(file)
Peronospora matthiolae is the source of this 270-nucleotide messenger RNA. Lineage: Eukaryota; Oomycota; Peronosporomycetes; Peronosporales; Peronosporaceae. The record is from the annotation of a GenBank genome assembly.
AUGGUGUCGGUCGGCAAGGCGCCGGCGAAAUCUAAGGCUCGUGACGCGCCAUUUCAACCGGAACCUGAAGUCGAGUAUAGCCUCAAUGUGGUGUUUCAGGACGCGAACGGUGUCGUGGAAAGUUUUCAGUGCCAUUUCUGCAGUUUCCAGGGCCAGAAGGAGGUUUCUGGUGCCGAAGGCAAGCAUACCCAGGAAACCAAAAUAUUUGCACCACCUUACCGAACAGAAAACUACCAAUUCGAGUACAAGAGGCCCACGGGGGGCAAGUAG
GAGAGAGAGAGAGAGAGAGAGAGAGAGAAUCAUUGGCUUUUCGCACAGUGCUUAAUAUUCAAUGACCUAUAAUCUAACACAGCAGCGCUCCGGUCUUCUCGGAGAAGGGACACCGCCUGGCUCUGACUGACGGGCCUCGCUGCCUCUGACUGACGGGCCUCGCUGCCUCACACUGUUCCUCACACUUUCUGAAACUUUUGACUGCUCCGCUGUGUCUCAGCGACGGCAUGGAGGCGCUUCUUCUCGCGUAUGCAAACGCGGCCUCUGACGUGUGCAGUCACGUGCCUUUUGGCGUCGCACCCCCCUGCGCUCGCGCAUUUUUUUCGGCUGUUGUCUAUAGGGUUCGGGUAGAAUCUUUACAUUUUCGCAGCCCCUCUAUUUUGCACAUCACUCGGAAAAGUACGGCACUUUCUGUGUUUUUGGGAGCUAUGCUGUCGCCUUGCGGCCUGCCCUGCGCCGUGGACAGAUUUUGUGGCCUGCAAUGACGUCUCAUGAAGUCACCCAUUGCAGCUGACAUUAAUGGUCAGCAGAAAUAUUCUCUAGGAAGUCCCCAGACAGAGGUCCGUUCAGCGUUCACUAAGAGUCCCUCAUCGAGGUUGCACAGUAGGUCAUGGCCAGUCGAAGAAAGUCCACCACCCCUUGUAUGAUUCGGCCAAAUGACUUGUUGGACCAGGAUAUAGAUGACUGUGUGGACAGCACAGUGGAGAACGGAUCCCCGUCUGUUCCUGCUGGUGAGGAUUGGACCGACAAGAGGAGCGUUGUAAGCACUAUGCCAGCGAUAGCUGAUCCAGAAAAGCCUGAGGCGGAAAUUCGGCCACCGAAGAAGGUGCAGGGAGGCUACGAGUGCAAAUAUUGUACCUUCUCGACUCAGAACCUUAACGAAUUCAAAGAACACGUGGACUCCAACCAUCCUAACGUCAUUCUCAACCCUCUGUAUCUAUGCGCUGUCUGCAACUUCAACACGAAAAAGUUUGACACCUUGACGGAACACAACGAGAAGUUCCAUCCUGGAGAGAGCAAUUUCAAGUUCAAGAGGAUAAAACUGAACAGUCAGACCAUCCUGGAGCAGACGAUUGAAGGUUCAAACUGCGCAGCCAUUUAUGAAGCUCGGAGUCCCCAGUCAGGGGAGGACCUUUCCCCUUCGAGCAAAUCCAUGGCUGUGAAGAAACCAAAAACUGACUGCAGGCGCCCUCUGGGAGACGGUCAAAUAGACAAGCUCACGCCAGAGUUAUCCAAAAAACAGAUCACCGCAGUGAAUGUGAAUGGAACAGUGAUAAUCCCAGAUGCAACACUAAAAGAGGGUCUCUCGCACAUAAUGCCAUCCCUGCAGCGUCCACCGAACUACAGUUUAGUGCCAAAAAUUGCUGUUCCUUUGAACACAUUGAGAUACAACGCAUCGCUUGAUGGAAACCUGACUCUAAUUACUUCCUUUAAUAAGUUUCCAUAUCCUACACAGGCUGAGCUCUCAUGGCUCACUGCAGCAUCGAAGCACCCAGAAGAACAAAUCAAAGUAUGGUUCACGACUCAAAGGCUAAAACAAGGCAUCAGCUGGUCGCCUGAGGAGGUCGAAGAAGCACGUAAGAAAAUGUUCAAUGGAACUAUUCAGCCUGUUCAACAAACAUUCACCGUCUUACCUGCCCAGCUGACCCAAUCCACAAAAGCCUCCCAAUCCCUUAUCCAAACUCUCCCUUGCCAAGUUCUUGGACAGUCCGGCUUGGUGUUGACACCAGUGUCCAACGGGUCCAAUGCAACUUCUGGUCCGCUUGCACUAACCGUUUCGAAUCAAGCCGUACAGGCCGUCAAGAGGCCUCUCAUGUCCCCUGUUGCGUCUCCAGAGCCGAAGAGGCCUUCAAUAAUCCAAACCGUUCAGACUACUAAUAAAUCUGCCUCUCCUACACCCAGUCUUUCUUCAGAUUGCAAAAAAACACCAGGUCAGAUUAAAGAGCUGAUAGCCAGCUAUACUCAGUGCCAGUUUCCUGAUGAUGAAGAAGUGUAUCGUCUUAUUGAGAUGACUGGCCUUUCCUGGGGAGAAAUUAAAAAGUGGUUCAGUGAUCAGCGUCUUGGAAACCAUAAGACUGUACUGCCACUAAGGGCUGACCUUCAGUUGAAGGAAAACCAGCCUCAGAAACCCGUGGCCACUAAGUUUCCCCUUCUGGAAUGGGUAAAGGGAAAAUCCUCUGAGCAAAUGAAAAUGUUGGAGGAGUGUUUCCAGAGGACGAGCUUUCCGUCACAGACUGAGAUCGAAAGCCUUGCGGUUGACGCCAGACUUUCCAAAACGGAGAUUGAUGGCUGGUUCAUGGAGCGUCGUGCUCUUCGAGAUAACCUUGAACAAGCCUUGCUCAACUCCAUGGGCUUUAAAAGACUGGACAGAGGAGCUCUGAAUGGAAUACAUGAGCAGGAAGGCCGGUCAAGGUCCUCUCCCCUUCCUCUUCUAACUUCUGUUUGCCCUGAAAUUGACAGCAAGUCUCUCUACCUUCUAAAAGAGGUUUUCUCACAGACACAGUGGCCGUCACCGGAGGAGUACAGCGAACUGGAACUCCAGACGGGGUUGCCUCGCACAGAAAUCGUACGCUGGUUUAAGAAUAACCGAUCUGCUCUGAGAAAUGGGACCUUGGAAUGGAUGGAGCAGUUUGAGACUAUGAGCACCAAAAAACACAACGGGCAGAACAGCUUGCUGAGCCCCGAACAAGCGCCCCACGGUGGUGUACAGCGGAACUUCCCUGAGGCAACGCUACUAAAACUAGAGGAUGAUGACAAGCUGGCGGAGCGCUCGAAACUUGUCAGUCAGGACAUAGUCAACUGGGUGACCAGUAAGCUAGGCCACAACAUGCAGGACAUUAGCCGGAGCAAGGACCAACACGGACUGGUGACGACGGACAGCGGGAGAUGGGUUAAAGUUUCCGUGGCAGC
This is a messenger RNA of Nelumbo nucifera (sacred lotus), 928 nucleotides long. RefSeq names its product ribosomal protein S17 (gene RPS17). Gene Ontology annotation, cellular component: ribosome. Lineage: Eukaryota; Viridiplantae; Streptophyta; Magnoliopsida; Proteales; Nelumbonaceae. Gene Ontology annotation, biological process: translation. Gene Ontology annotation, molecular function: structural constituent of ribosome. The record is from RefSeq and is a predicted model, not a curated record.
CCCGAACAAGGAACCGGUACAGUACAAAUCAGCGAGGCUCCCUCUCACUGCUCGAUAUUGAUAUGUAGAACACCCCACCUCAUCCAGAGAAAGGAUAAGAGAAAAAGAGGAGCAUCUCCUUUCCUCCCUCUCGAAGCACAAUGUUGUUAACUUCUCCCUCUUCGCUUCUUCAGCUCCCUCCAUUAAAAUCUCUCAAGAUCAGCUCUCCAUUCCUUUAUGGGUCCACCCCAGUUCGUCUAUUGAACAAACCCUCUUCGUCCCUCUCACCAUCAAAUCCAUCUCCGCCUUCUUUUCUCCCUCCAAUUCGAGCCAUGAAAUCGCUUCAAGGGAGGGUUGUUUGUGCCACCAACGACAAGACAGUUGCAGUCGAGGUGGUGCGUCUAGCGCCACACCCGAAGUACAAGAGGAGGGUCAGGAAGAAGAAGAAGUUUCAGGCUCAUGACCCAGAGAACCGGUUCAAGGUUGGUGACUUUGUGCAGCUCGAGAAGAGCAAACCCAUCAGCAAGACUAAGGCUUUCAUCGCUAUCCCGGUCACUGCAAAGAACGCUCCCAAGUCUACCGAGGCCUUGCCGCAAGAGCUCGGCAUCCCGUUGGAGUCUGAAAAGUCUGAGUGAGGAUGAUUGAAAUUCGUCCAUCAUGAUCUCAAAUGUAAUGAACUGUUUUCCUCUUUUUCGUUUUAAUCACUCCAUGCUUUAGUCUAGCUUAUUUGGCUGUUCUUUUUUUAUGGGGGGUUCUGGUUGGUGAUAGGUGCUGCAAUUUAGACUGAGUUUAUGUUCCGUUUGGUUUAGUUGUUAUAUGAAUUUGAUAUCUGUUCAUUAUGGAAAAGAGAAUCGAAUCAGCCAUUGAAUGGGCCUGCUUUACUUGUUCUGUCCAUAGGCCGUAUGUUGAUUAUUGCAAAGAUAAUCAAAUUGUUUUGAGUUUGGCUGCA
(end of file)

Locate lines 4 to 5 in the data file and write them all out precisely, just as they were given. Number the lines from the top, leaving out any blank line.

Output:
This is a messenger RNA of Nelumbo nucifera (sacred lotus), 928 nucleotides long. RefSeq names its product ribosomal protein S17 (gene RPS17). Gene Ontology annotation, cellular component: ribosome. Lineage: Eukaryota; Viridiplantae; Streptophyta; Magnoliopsida; Proteales; Nelumbonaceae. Gene Ontology annotation, biological process: translation. Gene Ontology annotation, molecular function: structural constituent of ribosome. The record is from RefSeq and is a predicted model, not a curated record.
CCCGAACAAGGAACCGGUACAGUACAAAUCAGCGAGGCUCCCUCUCACUGCUCGAUAUUGAUAUGUAGAACACCCCACCUCAUCCAGAGAAAGGAUAAGAGAAAAAGAGGAGCAUCUCCUUUCCUCCCUCUCGAAGCACAAUGUUGUUAACUUCUCCCUCUUCGCUUCUUCAGCUCCCUCCAUUAAAAUCUCUCAAGAUCAGCUCUCCAUUCCUUUAUGGGUCCACCCCAGUUCGUCUAUUGAACAAACCCUCUUCGUCCCUCUCACCAUCAAAUCCAUCUCCGCCUUCUUUUCUCCCUCCAAUUCGAGCCAUGAAAUCGCUUCAAGGGAGGGUUGUUUGUGCCACCAACGACAAGACAGUUGCAGUCGAGGUGGUGCGUCUAGCGCCACACCCGAAGUACAAGAGGAGGGUCAGGAAGAAGAAGAAGUUUCAGGCUCAUGACCCAGAGAACCGGUUCAAGGUUGGUGACUUUGUGCAGCUCGAGAAGAGCAAACCCAUCAGCAAGACUAAGGCUUUCAUCGCUAUCCCGGUCACUGCAAAGAACGCUCCCAAGUCUACCGAGGCCUUGCCGCAAGAGCUCGGCAUCCCGUUGGAGUCUGAAAAGUCUGAGUGAGGAUGAUUGAAAUUCGUCCAUCAUGAUCUCAAAUGUAAUGAACUGUUUUCCUCUUUUUCGUUUUAAUCACUCCAUGCUUUAGUCUAGCUUAUUUGGCUGUUCUUUUUUUAUGGGGGGUUCUGGUUGGUGAUAGGUGCUGCAAUUUAGACUGAGUUUAUGUUCCGUUUGGUUUAGUUGUUAUAUGAAUUUGAUAUCUGUUCAUUAUGGAAAAGAGAAUCGAAUCAGCCAUUGAAUGGGCCUGCUUUACUUGUUCUGUCCAUAGGCCGUAUGUUGAUUAUUGCAAAGAUAAUCAAAUUGUUUUGAGUUUGGCUGCA